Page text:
Stock markets plunged into the red yesterday as European debt fears and military tensions in Asia spooked investors.
London's blue chip share index the FTSE 100 slumped 2.5% to end below the 5,000 mark - its lowest level for eight months.
Shares nose-dived as talk emerged that Spain would have to step in to salvage more banks, after it bailed out the small savings bank CajaSur at the weekend when its merger with a rival failed.
Military tensions between North and South Korea also weighed on investor confidence.
"Sentiment is on the floor, and confidence is shot to ribbons," said David Buik, a London-based market analyst at BGC.
"The banking sector is being hit by a double whammy, with the problems in Spain exacerbated by the ridiculous policy decision. Then you have the situation in North Korea, which is a bit scary, and makes for quite a toxic cocktail."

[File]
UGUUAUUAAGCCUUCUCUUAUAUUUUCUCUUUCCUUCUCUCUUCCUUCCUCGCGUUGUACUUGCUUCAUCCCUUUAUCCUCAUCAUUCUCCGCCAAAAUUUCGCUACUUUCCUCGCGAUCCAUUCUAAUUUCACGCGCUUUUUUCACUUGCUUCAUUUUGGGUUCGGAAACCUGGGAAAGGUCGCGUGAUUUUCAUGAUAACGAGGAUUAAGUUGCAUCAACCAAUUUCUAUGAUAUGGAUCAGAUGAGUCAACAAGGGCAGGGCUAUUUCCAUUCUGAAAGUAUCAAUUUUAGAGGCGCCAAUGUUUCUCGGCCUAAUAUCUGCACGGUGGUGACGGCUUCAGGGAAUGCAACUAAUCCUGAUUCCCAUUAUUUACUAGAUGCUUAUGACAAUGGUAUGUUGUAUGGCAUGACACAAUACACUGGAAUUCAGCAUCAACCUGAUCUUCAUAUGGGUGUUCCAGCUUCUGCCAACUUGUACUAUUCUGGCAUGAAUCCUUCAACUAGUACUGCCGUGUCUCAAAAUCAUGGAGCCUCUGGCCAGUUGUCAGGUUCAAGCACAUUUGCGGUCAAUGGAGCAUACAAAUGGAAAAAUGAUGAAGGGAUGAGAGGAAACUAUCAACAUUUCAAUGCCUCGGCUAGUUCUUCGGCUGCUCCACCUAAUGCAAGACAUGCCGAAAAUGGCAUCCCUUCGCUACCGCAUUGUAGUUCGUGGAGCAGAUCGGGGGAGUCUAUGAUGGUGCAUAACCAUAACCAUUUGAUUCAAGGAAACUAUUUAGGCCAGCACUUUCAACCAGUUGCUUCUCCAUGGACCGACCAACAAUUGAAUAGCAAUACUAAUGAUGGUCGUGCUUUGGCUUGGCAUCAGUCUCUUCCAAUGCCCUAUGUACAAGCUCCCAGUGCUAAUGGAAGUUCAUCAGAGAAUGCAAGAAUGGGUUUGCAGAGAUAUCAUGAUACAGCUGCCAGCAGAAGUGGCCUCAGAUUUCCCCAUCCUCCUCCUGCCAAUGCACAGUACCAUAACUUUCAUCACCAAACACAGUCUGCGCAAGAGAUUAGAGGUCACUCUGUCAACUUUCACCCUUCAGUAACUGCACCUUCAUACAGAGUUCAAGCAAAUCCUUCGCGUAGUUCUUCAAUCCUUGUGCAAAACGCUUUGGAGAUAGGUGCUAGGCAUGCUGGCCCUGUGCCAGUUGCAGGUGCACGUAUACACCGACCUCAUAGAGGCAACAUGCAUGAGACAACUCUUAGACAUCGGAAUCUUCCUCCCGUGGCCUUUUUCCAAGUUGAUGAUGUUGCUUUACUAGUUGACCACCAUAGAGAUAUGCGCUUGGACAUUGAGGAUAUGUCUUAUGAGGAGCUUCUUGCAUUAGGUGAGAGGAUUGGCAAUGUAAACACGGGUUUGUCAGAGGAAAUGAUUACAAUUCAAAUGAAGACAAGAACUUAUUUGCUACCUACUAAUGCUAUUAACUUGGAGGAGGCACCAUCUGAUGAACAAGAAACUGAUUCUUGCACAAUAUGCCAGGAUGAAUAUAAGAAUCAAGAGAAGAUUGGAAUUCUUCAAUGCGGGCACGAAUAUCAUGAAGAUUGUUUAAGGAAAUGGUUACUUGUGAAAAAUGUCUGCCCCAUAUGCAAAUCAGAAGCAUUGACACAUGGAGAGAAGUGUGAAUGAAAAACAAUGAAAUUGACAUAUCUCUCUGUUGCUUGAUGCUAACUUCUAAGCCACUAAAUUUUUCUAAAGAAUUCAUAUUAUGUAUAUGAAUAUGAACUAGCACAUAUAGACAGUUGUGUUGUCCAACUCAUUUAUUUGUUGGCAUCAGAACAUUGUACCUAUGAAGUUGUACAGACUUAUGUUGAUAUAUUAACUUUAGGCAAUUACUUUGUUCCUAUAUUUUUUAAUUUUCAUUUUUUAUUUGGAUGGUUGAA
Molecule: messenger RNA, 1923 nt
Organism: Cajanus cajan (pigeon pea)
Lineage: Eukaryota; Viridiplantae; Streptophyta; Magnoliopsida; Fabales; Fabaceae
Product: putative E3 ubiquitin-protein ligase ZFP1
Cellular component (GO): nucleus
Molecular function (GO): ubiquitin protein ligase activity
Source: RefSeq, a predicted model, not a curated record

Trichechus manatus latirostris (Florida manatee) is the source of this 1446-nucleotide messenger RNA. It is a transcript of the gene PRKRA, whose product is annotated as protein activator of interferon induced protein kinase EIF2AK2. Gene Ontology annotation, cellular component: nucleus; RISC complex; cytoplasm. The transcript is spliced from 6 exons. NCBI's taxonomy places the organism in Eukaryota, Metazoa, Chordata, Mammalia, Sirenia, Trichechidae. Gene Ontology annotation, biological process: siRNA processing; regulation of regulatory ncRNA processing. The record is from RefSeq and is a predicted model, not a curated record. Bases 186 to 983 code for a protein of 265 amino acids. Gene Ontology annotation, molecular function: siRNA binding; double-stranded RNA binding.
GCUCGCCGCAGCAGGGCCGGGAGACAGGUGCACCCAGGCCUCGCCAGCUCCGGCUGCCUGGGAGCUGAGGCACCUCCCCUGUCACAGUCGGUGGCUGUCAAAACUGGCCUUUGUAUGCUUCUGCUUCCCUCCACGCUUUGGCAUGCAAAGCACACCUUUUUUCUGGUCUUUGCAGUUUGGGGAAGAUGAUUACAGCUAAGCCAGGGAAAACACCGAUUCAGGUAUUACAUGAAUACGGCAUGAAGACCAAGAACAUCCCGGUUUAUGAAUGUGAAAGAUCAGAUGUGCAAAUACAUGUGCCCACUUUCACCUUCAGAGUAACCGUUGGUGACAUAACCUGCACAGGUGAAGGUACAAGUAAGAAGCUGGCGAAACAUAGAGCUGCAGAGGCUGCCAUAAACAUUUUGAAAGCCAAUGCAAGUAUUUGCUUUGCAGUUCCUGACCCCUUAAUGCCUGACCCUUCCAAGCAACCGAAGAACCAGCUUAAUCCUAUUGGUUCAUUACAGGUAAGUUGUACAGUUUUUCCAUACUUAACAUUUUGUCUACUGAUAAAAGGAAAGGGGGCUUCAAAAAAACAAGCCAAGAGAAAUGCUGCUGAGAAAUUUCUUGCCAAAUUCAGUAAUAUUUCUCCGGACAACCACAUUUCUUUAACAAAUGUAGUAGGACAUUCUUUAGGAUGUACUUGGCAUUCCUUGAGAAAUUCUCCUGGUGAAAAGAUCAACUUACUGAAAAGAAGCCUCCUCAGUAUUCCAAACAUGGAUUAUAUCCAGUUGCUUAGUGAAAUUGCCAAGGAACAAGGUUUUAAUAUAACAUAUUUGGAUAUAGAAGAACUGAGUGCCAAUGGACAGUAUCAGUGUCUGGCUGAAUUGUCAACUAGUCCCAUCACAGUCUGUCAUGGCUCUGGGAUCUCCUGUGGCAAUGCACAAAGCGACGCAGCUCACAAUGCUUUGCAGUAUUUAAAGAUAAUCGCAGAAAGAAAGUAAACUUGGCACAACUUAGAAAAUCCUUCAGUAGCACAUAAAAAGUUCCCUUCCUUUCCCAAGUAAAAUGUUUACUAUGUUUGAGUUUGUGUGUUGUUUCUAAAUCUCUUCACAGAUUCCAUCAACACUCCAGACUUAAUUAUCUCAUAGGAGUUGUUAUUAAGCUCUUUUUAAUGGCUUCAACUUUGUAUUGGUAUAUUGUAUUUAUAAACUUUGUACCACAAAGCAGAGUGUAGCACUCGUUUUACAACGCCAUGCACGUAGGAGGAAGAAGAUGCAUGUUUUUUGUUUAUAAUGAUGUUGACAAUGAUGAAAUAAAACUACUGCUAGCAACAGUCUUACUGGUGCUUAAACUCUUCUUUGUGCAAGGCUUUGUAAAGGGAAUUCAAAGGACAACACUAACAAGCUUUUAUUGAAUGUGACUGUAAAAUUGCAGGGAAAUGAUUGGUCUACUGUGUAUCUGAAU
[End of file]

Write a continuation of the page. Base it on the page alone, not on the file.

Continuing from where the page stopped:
America's Dow Jones Industrial Average nose-dived in early trading, dropping 2%, while European markets were also badly hit. The Cac 40 index in France fell 3.5% and Germany's Dax slipped 2.7%.
In Dublin, the ISEQ ended down 3.8%, with AIB shares losing 12.8%, and Bank of Ireland falling almost 9%.
Sentiment in Dublin was not helped by an economist telling a Dail committee that the likelihood of Ireland becoming embroiled in a crisis similar to the one in Greece has risen to 25%.
Dan O'Brien of the Economist Intelligence Unit told the Oireachtas European Affairs Committee yesterday that a crisis is "a clear and present danger".
Ireland's "entirely inadequate" response to the crisis in 2007 and 2008 had "allowed a loss of credibility that hasn't been regained", he added.
The jitters over contagion, as well as the austerity measures introduced in the UK this week, hit sterling, which fell more than 1% against the dollar.
The euro has also taken a hammering - falling to 1.22 US dollars - amid fears that massive debts will cause defaults by weaker countries in the European Union.
The rumours about Spain followed comments from the International Monetary Fund on Monday that the Spanish economy needs comprehensive reform.
Recent falls have left the Footsie down nearly 15% in little more than a month, after reaching a 22-month high above 5800 at one stage in April. Last week alone, the market lost more than 200 points in just three sessions.